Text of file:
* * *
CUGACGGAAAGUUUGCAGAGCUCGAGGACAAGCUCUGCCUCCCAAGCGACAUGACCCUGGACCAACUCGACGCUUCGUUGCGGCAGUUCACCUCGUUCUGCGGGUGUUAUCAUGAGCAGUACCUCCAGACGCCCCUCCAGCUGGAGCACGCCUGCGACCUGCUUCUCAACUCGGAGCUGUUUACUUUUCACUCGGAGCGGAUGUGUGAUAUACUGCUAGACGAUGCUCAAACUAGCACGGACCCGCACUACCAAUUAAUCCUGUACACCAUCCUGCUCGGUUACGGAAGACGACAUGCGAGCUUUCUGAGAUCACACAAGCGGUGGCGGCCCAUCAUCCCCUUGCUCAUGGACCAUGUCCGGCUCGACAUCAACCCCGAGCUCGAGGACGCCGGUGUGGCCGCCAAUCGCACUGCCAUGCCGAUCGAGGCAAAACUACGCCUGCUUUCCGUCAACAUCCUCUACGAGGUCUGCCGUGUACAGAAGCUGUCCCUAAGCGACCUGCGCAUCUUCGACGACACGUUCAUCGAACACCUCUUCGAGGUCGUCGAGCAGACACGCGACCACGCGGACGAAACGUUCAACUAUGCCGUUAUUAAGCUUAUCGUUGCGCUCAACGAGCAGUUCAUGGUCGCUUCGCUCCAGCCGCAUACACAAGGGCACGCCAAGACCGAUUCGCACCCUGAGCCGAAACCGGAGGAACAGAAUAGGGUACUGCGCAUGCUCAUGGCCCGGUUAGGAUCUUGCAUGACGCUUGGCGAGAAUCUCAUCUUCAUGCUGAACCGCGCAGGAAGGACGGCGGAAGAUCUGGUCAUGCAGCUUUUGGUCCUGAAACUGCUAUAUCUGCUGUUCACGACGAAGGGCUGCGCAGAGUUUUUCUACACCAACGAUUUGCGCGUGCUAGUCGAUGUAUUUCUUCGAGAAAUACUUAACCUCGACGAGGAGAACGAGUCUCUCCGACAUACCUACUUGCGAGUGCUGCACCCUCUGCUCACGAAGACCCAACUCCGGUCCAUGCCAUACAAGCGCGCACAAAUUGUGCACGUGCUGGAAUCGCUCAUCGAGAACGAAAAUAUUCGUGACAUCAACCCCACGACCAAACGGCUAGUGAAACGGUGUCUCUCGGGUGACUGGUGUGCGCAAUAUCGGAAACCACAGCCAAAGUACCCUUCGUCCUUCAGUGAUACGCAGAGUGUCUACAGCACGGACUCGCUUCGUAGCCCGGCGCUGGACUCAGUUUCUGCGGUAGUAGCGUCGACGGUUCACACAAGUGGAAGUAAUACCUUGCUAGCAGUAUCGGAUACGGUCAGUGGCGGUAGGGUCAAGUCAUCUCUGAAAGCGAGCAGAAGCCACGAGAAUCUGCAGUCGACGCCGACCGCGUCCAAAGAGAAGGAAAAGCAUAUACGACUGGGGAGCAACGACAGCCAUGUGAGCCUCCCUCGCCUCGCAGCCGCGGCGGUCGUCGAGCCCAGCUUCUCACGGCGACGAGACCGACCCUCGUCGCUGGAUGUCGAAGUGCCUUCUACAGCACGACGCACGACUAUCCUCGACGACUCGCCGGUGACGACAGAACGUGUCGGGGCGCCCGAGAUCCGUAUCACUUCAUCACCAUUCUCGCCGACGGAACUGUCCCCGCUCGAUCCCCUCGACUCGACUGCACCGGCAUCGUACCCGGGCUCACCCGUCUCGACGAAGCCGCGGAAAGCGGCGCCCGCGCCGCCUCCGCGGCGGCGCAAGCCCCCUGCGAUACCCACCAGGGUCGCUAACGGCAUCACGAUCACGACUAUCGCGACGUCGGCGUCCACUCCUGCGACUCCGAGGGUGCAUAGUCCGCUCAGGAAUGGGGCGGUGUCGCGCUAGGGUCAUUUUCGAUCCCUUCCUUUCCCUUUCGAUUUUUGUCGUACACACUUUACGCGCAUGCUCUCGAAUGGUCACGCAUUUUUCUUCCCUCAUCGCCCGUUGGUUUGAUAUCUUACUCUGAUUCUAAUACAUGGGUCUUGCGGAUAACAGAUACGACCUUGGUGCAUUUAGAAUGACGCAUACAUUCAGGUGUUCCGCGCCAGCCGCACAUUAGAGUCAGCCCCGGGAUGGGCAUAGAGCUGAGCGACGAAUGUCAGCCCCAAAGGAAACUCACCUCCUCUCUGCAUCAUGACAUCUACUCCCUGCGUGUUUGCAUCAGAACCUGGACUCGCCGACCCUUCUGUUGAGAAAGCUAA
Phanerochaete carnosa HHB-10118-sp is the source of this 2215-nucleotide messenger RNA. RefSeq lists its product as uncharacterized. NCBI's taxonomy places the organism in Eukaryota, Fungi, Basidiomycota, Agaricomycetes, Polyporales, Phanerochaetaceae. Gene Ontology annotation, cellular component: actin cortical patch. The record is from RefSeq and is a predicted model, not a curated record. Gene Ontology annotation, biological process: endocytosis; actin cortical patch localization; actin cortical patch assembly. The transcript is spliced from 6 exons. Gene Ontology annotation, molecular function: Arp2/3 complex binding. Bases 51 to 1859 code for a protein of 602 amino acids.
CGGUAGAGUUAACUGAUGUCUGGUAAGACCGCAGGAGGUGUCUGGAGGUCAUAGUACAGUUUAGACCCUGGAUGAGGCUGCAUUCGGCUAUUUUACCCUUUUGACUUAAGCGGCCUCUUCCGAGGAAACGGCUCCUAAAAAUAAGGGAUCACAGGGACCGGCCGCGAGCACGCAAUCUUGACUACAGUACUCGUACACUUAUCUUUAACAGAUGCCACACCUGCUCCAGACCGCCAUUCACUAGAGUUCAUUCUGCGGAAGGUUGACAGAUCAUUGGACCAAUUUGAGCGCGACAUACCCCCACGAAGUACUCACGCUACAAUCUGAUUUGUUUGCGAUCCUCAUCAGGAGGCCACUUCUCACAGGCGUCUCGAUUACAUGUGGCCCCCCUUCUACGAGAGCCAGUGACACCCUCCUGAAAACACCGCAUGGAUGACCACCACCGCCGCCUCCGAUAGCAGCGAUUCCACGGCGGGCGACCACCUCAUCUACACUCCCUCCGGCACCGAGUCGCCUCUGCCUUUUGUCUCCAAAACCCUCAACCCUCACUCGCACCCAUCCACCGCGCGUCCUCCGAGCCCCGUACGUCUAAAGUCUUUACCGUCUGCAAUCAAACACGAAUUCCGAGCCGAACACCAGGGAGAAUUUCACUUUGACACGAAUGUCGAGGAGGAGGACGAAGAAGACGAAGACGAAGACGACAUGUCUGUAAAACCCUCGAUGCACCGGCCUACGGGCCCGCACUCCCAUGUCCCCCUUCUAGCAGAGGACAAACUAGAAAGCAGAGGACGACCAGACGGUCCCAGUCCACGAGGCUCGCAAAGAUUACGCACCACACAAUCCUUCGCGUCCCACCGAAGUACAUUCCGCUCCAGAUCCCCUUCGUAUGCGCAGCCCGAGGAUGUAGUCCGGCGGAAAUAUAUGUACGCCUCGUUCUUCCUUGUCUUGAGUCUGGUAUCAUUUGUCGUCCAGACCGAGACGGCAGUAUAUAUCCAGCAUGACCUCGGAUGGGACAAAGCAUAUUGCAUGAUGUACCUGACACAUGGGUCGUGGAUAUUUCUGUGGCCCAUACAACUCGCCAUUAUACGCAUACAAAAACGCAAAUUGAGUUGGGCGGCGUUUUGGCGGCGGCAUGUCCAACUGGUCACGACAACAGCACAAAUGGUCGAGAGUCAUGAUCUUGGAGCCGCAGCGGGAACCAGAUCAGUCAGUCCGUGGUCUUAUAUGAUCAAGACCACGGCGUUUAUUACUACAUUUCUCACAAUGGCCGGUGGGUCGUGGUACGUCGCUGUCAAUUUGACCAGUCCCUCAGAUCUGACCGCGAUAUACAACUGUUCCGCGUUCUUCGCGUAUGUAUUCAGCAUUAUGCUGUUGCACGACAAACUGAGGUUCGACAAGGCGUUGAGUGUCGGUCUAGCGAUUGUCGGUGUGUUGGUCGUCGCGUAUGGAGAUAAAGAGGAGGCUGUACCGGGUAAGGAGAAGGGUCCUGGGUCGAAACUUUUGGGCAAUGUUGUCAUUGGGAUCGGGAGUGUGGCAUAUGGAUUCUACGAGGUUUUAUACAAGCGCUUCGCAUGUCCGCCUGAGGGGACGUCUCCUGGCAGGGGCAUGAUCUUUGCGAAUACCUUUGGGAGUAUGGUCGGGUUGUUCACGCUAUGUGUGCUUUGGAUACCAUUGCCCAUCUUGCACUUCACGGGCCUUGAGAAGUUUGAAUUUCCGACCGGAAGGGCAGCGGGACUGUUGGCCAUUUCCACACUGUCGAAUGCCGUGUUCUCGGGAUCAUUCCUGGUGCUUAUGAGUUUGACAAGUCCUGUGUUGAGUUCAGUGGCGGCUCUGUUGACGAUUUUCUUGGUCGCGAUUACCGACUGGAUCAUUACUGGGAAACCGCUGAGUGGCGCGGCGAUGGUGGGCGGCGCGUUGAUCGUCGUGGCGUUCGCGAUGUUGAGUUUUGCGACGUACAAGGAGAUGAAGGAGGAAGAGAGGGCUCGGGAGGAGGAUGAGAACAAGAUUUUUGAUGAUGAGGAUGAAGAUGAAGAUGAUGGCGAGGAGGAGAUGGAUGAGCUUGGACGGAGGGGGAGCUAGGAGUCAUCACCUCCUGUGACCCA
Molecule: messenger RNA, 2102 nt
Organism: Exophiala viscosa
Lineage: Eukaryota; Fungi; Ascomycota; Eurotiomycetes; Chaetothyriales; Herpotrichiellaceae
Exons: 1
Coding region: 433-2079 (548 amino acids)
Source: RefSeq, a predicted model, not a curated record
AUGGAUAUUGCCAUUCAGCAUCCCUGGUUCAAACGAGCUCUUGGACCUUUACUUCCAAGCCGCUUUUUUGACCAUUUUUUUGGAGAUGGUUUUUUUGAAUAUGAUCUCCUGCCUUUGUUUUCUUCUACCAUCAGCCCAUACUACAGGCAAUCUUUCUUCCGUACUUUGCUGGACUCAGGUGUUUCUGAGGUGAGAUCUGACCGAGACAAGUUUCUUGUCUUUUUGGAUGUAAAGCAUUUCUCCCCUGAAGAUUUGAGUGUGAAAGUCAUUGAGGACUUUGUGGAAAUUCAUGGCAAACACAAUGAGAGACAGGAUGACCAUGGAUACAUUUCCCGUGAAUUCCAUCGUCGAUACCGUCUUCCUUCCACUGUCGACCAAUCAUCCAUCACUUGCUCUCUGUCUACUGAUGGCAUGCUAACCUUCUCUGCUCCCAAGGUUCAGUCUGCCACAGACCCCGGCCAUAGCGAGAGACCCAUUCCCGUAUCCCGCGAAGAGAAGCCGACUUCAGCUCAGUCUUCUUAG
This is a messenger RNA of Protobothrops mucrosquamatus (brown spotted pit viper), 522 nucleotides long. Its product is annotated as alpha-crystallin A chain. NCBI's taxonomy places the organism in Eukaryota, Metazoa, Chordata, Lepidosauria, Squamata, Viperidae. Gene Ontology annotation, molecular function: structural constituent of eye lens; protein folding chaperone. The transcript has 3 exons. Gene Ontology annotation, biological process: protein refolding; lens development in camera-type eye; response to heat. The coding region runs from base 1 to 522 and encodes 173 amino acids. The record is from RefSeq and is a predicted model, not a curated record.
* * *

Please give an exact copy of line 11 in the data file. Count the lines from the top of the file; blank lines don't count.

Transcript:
This is a messenger RNA of Protobothrops mucrosquamatus (brown spotted pit viper), 522 nucleotides long. Its product is annotated as alpha-crystallin A chain. NCBI's taxonomy places the organism in Eukaryota, Metazoa, Chordata, Lepidosauria, Squamata, Viperidae. Gene Ontology annotation, molecular function: structural constituent of eye lens; protein folding chaperone. The transcript has 3 exons. Gene Ontology annotation, biological process: protein refolding; lens development in camera-type eye; response to heat. The coding region runs from base 1 to 522 and encodes 173 amino acids. The record is from RefSeq and is a predicted model, not a curated record.